NIC Bank gives $5.2m to Tanzania subsidiary

Saturday February 22 2014

By STEVE MBOGO Special Correspondent

NIC Bank Tanzania will benefit from Tsh8.5 billion ($5.2 million) of additional capital injected its shareholders to boost its lending capacity to corporate and SME clients.

The new capital will be disbursed in two tranches. NIC Kenya said on Wednesday it had already released $3.5 million, with the balance ($1.7 million) coming from the other local shareholders of NIC Bank Tanzania, expected no later than June.

NIC Tanzania last year raised $5.2 million from a rights issue, which raised the shareholding of the Nairobi-based parent company to 68.9 per cent. Previously, the parent firm held a 51 per cent stake in the Dar-based subsidiary.

The new money — which now raises NIC Kenya’s stake in the Dar es Salaam unit to 74.6— executives said, will be used to fund the bank’s business plan in the coming year.

“A growing financial need in this market has required that NIC Bank Tanzania further grow its competitive position and market share with a focus on corporate and SME lending,”  NIC Bank Tanzania managing director Pankaj Kansara said.

Kenyan banks have over the past few years been growing their presence in the East Africa region. Last month, Commercial Bank of Africa (CBA) set up shop in Uganda. CBA joined a list of eight other Kenyan lenders who have subsidiaries in Uganda among them Equity, KCB, Diamond Trust, Fina and NIC Bank.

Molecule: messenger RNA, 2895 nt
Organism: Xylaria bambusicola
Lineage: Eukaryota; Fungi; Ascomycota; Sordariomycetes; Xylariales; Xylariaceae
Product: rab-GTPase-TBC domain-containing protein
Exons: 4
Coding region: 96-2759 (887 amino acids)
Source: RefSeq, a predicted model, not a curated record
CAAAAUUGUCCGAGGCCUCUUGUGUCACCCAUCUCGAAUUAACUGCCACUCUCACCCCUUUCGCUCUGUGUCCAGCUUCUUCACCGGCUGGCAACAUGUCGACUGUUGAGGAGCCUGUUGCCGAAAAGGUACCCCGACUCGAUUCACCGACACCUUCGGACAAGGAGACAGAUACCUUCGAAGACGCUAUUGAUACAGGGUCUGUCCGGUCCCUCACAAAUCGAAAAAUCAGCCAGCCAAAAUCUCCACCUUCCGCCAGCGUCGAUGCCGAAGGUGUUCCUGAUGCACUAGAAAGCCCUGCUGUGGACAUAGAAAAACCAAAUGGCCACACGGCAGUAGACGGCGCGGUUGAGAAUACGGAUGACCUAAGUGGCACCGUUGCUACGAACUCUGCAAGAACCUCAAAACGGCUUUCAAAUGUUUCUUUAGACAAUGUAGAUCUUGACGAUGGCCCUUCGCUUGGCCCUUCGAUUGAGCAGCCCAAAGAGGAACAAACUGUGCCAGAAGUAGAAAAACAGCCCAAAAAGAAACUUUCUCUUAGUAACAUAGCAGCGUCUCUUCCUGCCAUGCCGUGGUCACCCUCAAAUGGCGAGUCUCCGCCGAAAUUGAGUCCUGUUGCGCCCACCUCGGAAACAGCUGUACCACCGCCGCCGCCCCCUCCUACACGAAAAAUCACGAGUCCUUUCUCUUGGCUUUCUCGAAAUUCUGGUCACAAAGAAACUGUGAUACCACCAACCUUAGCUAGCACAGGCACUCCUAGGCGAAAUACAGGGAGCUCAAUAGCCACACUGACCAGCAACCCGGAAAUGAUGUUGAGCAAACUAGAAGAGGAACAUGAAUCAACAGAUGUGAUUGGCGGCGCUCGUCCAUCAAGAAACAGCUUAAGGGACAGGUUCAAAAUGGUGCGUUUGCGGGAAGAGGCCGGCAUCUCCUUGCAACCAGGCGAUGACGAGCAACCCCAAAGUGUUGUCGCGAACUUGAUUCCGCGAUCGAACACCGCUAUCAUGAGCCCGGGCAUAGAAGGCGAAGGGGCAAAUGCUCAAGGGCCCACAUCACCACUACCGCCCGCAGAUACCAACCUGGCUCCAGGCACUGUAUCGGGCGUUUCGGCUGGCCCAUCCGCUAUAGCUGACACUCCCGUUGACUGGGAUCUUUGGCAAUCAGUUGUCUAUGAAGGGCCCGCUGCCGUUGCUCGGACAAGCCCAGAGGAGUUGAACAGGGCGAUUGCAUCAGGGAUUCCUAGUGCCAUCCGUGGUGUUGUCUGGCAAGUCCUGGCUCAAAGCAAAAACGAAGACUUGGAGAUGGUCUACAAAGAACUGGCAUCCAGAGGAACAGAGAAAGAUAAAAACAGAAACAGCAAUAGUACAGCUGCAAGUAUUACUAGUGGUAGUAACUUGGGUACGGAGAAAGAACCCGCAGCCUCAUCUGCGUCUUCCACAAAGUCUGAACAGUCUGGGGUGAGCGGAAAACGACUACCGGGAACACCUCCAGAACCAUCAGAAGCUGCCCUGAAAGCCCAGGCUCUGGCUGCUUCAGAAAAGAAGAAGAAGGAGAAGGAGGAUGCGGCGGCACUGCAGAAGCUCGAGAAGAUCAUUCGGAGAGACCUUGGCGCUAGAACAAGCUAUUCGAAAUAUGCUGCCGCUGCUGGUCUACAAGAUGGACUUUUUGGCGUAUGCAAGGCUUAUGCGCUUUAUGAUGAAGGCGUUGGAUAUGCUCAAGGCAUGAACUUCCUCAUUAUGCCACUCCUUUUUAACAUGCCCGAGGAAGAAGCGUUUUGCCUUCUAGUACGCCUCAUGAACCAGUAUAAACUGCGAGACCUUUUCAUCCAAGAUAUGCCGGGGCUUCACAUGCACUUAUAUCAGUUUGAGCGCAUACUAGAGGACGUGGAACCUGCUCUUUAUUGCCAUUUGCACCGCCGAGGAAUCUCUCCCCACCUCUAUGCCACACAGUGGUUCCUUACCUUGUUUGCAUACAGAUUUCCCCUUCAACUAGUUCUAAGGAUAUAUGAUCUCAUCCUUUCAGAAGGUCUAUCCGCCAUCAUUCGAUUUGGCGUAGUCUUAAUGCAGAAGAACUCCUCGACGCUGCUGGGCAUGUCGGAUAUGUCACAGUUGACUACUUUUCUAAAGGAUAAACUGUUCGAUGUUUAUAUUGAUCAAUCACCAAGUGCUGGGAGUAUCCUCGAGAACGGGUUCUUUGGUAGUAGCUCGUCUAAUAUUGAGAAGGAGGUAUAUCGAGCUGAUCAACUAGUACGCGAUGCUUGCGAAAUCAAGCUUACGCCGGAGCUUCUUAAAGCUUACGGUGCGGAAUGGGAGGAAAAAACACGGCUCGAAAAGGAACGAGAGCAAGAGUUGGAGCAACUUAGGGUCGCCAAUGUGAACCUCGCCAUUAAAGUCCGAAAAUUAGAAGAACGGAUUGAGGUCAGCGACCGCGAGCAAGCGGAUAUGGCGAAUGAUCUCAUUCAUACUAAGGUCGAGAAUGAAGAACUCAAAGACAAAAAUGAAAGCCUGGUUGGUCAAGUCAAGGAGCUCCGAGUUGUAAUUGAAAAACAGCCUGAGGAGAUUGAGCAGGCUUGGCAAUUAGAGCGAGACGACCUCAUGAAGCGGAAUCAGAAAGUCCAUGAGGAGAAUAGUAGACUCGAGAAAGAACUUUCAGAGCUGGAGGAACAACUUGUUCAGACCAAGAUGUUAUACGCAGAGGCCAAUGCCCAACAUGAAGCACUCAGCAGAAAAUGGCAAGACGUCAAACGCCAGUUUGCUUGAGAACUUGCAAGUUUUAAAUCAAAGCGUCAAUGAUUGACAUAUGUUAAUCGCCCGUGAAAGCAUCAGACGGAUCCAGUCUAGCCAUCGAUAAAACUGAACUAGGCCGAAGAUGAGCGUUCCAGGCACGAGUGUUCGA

Leading lender

CBA already has a presence in Tanzania and has ambitions to open more subsidiaries in South Sudan, Rwanda, Burundi, Ethiopia and the Democratic Republic of Congo.

NIC started operations in Uganda two years ago where it wholly owns the subsidiary, which returned a loss of Ksh24 million ($283, 354) in the first year.

NIC is one of the leading SME especially in trade and asset financing in Kenya, something the Tanzanian bank wants to replicate.

“Looking at the success of our parent company, we hope to leverage on these strengths and replicate the product offering in the Tanzania market where applicable,” said Mr Kansara.

NIC Tanzania is banking on the emerging opportunities in asset finance, trade finance and infrastructure project financing to increase its market share, driven by an improved business framework that has helped attract foreign direct investments and spur SME growth.

The bank said the additional capital will partly finance the growth of the anticipated loan book for 2014 and cushion the bank’s non-performing loan  book.

NIC Bank Tanzania has grown its balance sheet from $18.3 million in 2009 to $110.3 million in 2013, representing an annualised growth of 43 per cent.

The bank has also entered into an insurance deal with the Africa Trade Insurance Agency (ATI) to protect its entire portfolio of trade finance borrowers against the risks of insolvency and non-payment.

The ATI product will help the bank extend credit facilities such as short term loans, invoice discounting, bank guarantees and letters of credit without the requirement of the standard tangible security, a major win for small and medium-scale enterprises.

Demand for credit by the private sector increased by 14.6 per cent in the year ending November 2013, according to the most recent data from the Bank of Tanzania, up from 13.7 per cent in the corresponding period the preceding year.